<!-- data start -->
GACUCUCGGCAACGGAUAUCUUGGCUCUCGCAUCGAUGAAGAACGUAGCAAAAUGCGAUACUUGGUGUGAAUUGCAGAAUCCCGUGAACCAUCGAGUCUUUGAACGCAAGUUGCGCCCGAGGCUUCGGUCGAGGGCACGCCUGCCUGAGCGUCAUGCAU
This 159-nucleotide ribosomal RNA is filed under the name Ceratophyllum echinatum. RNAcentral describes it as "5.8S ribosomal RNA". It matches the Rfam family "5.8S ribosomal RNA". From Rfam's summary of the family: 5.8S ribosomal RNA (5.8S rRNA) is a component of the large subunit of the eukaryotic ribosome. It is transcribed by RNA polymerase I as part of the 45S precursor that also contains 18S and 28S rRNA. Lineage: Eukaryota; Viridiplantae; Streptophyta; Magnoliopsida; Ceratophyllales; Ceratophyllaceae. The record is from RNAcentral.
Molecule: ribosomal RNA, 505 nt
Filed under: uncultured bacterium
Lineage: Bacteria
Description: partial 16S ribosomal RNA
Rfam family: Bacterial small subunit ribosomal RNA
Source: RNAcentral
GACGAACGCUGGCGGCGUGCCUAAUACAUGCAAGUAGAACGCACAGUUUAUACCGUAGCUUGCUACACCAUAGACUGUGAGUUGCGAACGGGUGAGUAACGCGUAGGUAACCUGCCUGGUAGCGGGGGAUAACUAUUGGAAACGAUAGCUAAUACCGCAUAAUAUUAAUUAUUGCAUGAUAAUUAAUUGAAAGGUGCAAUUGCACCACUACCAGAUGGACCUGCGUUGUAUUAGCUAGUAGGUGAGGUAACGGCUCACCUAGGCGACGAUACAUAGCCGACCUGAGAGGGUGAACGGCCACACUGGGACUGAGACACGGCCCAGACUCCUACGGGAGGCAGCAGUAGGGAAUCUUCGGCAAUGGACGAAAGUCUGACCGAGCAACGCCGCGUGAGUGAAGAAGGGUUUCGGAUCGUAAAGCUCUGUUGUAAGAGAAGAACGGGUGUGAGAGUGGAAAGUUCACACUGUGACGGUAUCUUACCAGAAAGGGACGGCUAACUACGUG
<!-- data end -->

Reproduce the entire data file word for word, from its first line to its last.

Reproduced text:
GACUCUCGGCAACGGAUAUCUUGGCUCUCGCAUCGAUGAAGAACGUAGCAAAAUGCGAUACUUGGUGUGAAUUGCAGAAUCCCGUGAACCAUCGAGUCUUUGAACGCAAGUUGCGCCCGAGGCUUCGGUCGAGGGCACGCCUGCCUGAGCGUCAUGCAU
This 159-nucleotide ribosomal RNA is filed under the name Ceratophyllum echinatum. RNAcentral describes it as "5.8S ribosomal RNA". It matches the Rfam family "5.8S ribosomal RNA". From Rfam's summary of the family: 5.8S ribosomal RNA (5.8S rRNA) is a component of the large subunit of the eukaryotic ribosome. It is transcribed by RNA polymerase I as part of the 45S precursor that also contains 18S and 28S rRNA. Lineage: Eukaryota; Viridiplantae; Streptophyta; Magnoliopsida; Ceratophyllales; Ceratophyllaceae. The record is from RNAcentral.
Molecule: ribosomal RNA, 505 nt
Filed under: uncultured bacterium
Lineage: Bacteria
Description: partial 16S ribosomal RNA
Rfam family: Bacterial small subunit ribosomal RNA
Source: RNAcentral
GACGAACGCUGGCGGCGUGCCUAAUACAUGCAAGUAGAACGCACAGUUUAUACCGUAGCUUGCUACACCAUAGACUGUGAGUUGCGAACGGGUGAGUAACGCGUAGGUAACCUGCCUGGUAGCGGGGGAUAACUAUUGGAAACGAUAGCUAAUACCGCAUAAUAUUAAUUAUUGCAUGAUAAUUAAUUGAAAGGUGCAAUUGCACCACUACCAGAUGGACCUGCGUUGUAUUAGCUAGUAGGUGAGGUAACGGCUCACCUAGGCGACGAUACAUAGCCGACCUGAGAGGGUGAACGGCCACACUGGGACUGAGACACGGCCCAGACUCCUACGGGAGGCAGCAGUAGGGAAUCUUCGGCAAUGGACGAAAGUCUGACCGAGCAACGCCGCGUGAGUGAAGAAGGGUUUCGGAUCGUAAAGCUCUGUUGUAAGAGAAGAACGGGUGUGAGAGUGGAAAGUUCACACUGUGACGGUAUCUUACCAGAAAGGGACGGCUAACUACGUG